To Drift or to Skiff? That is the Question?

January 6, 2010

drift boat, Frenzy

Fly Fishing Boats

Every year I have different lists that I create for the New Year.  I have my goals list, to do list, and my wants list.  As I compiled my wants list, something stood out more than the other; a Fly Fishing Boat.  I say fly fishing boat because i am debating between a Drift Boat and a Skiff.  Actually, I am pretty sure I have my mind made up on whether I want a Drift Boat or a Skiff.  I am heavily leaning toward a skiff.  However, I became really curious to see what other fly fisherman’s opinions would be on the matter.

To be honest, I really couldn’t speak intelligently enough about why a Skiff is better than a Drift Boat, but I have rowed and fished both boats and the skiff to me just seemed to ‘feel’ better.  And for me, fly fishing is a lot about how I feel about my gear/equipment.

A Skiff seems to sit higher in the water, go over rocks more smoothly and it seems easier to navigate.  Drift boats seem heavier and not as functional, but that could be due to the time I’ve spent rowing the Big Easy’s (fellow frenzier Dave) boat.  :)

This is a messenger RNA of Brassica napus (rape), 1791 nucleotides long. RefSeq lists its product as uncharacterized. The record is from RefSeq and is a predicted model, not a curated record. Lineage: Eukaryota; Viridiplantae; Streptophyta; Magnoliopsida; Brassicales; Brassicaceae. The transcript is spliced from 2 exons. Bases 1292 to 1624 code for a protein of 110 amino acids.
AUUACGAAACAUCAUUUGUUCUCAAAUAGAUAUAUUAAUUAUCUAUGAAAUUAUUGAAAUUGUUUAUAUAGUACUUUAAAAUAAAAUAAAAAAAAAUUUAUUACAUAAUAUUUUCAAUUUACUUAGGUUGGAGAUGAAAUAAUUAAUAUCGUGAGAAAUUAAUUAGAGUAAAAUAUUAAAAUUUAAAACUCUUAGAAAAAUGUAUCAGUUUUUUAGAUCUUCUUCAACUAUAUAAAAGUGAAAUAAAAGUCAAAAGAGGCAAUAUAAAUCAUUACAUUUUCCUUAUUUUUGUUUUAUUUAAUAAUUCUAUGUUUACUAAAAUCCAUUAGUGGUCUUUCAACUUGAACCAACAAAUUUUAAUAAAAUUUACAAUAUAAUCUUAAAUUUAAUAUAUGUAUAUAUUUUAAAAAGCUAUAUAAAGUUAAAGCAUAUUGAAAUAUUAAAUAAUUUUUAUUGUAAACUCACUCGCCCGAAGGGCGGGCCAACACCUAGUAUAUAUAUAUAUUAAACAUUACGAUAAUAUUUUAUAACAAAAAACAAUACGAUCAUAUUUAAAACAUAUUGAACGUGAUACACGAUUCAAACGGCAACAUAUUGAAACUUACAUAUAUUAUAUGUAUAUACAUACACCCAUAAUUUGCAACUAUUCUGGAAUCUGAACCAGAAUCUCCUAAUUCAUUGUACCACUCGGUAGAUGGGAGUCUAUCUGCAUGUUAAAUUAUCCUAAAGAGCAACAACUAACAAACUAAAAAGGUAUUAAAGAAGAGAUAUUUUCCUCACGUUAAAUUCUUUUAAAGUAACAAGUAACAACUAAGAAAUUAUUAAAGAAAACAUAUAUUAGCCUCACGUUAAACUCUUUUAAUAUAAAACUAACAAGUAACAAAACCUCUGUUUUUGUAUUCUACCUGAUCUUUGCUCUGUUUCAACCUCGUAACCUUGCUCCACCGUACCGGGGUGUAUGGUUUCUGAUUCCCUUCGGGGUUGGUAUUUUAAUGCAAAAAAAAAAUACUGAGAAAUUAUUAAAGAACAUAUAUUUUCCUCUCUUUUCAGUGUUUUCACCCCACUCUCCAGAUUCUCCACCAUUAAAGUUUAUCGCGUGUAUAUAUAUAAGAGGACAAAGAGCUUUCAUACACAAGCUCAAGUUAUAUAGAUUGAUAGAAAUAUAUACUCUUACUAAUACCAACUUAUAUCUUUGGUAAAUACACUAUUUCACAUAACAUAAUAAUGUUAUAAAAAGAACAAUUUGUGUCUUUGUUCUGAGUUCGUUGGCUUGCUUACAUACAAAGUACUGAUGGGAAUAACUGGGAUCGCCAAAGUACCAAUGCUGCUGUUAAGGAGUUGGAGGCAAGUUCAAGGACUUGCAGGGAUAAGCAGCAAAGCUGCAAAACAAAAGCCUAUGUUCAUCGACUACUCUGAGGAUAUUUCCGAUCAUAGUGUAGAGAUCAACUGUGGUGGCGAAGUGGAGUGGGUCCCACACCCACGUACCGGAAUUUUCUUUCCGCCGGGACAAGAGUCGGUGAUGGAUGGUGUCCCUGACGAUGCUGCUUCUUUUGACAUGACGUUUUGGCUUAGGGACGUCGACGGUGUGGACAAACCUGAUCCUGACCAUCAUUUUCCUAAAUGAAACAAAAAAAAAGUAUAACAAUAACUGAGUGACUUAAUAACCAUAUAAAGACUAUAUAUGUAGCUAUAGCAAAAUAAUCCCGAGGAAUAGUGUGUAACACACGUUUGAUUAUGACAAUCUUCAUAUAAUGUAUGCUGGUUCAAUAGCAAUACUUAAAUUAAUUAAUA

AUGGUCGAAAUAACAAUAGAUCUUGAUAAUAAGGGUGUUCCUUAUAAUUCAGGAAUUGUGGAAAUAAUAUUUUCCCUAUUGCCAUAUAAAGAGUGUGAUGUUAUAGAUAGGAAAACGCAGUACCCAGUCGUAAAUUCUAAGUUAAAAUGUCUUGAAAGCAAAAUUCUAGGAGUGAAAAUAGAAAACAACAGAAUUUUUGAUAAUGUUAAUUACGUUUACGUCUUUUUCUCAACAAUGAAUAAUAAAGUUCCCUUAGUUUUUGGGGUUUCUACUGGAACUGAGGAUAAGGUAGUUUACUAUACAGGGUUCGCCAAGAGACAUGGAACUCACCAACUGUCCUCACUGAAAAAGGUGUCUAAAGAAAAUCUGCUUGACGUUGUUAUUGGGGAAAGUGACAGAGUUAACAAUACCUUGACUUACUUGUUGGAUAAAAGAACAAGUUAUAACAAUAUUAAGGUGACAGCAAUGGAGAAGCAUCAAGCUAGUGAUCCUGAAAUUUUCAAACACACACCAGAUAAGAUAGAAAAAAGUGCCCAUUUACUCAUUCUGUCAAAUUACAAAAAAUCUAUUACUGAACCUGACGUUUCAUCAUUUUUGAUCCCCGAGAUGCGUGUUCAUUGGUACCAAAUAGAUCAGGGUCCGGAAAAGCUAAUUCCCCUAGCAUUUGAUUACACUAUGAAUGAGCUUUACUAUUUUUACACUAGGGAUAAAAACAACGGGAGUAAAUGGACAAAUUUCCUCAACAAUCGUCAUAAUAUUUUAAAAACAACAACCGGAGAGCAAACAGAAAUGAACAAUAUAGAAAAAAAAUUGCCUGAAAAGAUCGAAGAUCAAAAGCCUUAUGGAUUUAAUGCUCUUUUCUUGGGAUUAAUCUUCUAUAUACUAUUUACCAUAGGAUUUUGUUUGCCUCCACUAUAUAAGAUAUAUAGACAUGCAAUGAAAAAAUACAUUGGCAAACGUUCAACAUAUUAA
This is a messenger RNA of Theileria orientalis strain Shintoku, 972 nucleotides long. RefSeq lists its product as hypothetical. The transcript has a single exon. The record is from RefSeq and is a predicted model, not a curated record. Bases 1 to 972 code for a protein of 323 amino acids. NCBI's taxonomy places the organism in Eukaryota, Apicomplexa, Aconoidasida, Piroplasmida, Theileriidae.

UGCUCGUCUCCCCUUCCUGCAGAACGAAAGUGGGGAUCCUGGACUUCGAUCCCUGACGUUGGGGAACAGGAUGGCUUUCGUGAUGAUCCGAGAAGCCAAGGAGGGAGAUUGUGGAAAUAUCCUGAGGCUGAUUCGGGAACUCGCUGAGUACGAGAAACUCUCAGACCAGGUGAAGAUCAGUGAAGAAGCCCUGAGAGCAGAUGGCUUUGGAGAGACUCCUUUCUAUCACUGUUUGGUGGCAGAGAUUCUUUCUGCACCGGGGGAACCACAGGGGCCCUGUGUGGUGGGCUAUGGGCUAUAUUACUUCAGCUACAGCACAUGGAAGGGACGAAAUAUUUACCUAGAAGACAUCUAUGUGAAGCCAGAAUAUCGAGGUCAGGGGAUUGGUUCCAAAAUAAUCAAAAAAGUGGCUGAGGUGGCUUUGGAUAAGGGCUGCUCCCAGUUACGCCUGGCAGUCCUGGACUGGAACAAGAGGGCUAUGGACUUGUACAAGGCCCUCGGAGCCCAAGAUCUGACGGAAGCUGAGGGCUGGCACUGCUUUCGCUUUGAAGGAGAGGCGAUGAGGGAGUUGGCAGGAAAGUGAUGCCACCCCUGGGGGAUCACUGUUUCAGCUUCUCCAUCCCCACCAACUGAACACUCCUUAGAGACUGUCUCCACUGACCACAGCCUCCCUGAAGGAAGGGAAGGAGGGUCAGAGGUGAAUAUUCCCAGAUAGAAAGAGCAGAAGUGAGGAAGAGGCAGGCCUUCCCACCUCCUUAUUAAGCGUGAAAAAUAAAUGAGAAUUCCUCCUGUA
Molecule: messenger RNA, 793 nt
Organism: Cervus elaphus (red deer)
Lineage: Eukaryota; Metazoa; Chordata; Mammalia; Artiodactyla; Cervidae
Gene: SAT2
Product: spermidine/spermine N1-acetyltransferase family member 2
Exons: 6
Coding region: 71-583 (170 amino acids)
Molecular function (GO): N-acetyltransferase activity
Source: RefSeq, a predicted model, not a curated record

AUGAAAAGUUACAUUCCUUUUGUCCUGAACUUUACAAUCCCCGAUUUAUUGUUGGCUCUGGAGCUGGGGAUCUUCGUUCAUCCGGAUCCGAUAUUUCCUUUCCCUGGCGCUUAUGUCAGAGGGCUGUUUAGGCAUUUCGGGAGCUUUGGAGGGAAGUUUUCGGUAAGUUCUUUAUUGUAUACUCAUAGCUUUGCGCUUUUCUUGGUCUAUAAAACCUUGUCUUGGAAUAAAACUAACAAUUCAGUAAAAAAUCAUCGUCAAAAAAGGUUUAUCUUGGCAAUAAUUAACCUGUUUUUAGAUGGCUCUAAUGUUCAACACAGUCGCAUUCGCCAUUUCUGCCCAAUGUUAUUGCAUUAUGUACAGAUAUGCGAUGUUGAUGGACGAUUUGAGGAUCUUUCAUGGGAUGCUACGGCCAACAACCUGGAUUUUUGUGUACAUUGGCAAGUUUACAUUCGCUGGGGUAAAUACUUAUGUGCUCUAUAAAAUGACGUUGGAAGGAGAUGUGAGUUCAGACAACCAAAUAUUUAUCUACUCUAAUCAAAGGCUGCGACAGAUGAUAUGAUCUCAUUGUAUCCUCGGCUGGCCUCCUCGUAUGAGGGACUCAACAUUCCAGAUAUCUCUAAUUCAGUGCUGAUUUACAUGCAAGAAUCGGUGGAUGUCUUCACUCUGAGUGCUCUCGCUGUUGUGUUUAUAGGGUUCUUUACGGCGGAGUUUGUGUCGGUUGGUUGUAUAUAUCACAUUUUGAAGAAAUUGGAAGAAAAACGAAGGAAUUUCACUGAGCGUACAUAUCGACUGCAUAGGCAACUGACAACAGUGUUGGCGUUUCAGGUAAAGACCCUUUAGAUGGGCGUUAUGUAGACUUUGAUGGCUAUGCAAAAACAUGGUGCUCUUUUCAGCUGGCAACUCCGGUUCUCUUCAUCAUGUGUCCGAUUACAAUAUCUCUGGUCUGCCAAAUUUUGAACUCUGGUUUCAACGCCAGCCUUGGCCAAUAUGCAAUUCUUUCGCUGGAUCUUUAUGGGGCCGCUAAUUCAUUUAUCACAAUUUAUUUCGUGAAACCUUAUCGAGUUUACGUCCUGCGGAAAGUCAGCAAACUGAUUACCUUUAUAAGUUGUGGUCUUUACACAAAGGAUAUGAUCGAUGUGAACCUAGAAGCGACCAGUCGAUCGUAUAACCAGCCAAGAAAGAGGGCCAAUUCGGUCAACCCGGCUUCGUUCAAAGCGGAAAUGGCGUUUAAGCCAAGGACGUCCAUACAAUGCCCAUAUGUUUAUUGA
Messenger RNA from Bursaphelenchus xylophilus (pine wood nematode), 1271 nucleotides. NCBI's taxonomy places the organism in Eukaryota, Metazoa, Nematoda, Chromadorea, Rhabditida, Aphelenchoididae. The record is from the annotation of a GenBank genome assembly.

I am particular to the Skiffs that Premier Fly Fishing kicks out.  The X-13 and X-9 are pretty dope and I know the owner of those, Royce Klingler, and that guy is all about making the boats functional for the fly fisherman.

Here is a sweet little video about the Skiff:

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12 Responses to “To Drift or to Skiff? That is the Question?”

  1. Big Hoss Says:


    do you think it matters what type of water you fish most often?


  2. mike nutto Says:

    I do think it matters what you are fishing ,if the water is only class two or three the skiff is going to be fine ,i havent rowed one so I cant exactly say ,but from the video I would say Id be real nervous and sketchy about water in a class four .If you are fishing weater where you have big waves or plan on fishing that kind of water Id go with a drift boat . they have high walls for a reason .Royce may feel different about it Im not sure ,those boats look like they handle nice and and are lighter weight then a drift boat and if i was doing alot of trout fishing in water like the video Id go with a skiff for sure .


  3. Todd Regier Says: